On Being Taught by Stow

Written by Eugene Cantin, Inside Tennis March 1984

I first became aware of Tom Stow at the age of fourteen.  I was the last single junior to be accepted in the Berkeley Tennis Club for a long period of time and Stow was the gruff-voiced head pro and club manager.  He had little patience for noisy junior members running around the club getting underfoot.  It seemed like a good idea to avoid gaining his attention as much as possible.

A few years later, however, club member and nationally ranked player Jim McManus , needed someone on court to hit the ball back during his lessons with Tom.  I was elected.

A lesson with Tom Stow was an experience no one ever soon forgot.  Tom had an image of how tennis should be played – for him strokes were logical, simple, precise, and explosive – and by God if you were on the court with Tom Stow for instruction you were going to learn how to play tennis the right way.  Period!

I remember time after time hitting what I thought was a perfect groundstroke or volley, only to be to be buried by that gruff, rasping voice.  “No, NO, do it right, do it RIGHT.” And he would grab the racquet and try to show you what he wanted, explaining all the while with many references to other sports, then, eyes fixed on yours from about a foot away, he would demand, “Now that’s right, isn’t it, ISN’T IT?’  There definitely was pressure and anxiety.  It hurt being forced into the mold for the proper tennis game that Tom saw so clearly in his own mind.

But there were some days when you finally got what he was after.  It was like gaining vision after being blind.  Suddenly you were doing nothing strenuous, yet the ball would rifle off your strings like a bullet.  On service returns you would move forward to meet the ball, perfectly balanced, elbows tucked into yoru sides as you turned slightly to take the racket back, then crack and the ball would hit a corner of the court and the far fence before your opponent had finished the service motion.  On the volley you would hardly move your racket, yet you would frame the ball perfectly and explode it past or through anyone foolish enough to get in the way.  Truly, if you could produce what Stow was after, you found yourself elevated to tennis nirvana.

Tom’s attention was devoted almost exclusively to stroke production during a lesson.  Tactics and strategy were irrelevant when you were armed with the the sort of strokes Stow intended that you have.  Playing properly, you were always moving forward to meet the ball early, stealing time from your oopponent, and you simply delivered more firepower across the net until the ball no longer returned.  To a degree the opponent was irrelevant.  A Stow pupil played to a certain standard, stroke after stroke, game after game, and the winning of matches seemed the inevitable by-product.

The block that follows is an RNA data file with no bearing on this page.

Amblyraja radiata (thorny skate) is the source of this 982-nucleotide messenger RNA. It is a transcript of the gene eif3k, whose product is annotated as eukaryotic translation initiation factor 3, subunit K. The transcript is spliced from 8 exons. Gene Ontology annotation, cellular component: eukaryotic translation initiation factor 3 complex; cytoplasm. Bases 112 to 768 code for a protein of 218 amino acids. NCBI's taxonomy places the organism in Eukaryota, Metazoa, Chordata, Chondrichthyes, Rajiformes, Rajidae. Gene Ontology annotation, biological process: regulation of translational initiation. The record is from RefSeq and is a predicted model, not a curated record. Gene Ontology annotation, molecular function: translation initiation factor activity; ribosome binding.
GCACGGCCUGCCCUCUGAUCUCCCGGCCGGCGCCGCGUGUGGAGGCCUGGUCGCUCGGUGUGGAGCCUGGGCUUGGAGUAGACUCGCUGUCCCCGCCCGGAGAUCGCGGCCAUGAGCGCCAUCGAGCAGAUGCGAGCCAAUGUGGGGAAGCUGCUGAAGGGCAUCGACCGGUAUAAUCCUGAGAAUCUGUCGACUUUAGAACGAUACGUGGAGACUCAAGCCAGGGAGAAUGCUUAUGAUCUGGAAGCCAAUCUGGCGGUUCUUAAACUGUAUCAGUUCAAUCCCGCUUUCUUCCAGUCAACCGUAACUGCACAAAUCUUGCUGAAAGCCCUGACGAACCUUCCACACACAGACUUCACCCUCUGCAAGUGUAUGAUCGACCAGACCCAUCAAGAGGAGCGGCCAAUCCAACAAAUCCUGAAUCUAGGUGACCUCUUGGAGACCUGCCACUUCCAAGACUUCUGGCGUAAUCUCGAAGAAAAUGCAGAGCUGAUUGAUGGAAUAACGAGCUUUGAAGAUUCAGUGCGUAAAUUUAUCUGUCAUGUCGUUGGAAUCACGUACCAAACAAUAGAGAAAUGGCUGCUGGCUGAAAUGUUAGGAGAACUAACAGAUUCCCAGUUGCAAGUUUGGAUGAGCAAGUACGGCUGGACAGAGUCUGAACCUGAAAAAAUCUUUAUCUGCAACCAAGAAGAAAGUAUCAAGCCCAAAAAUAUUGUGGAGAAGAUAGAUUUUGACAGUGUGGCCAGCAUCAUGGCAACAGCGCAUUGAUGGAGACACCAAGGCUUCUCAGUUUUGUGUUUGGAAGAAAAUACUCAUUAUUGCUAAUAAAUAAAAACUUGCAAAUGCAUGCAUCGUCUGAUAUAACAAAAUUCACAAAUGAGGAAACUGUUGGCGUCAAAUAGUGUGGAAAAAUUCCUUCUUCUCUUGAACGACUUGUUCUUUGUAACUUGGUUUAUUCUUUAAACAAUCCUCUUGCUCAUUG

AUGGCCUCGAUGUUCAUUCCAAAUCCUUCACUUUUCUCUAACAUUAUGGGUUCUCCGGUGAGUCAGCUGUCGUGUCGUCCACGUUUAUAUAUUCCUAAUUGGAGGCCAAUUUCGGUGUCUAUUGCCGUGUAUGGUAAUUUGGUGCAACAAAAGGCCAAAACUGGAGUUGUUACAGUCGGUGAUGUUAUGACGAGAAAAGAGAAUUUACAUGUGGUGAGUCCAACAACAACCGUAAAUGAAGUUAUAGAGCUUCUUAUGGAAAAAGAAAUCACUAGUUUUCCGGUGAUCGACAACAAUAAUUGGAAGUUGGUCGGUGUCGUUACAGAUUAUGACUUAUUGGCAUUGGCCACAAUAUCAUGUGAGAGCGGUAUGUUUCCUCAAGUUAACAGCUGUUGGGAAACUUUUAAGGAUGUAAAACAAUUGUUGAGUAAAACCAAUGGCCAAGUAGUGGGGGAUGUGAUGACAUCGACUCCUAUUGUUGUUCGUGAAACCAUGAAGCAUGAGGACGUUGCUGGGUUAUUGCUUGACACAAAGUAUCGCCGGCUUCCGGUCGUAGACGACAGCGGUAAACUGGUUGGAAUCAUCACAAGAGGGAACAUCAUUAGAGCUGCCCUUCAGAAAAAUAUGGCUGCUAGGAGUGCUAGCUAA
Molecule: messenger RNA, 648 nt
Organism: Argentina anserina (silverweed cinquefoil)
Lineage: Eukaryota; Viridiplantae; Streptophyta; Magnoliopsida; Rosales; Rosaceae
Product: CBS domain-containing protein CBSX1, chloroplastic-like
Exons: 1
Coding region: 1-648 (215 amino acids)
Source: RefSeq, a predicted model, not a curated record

There was a certain look to a Stow student, a way of going about playing.  I was startled a number of times to have some stranger come up and state, “You are a Stow student, aren’t you?”

Tom had very high standards regarding the court conduct, it had to be perfect.  He made each of his students believe that he dealt only with ladies and gentleman, and I think none would have dared prove him wrong.

Tom also managed to imply that he only dealt with champions, preferrably Wimbledon champions in the style of Budge, so by definition if he was willing to work with you, you were also a champion, if not now then soon, and you might as well hurry up about it.  After a time, Stow students expected to win, and generally did.

Tom Stow’s influence on tennis in the United States was vastly greater than people realize.  Of course, many people have never even heard of Stow.  Yet he was one of the first, if not the first, to have a clear image of how the game should be played: cleanly, coherently, efficiently, effectively.  And he was also one of the first, if not the first, to figure out how to teach such a game.  His prowess at teaching is borne out by the long list of chamions he coached.  It is sad that he is no longer with us, pushing and proddig us to play the game the way he so clearly saw it should be played.





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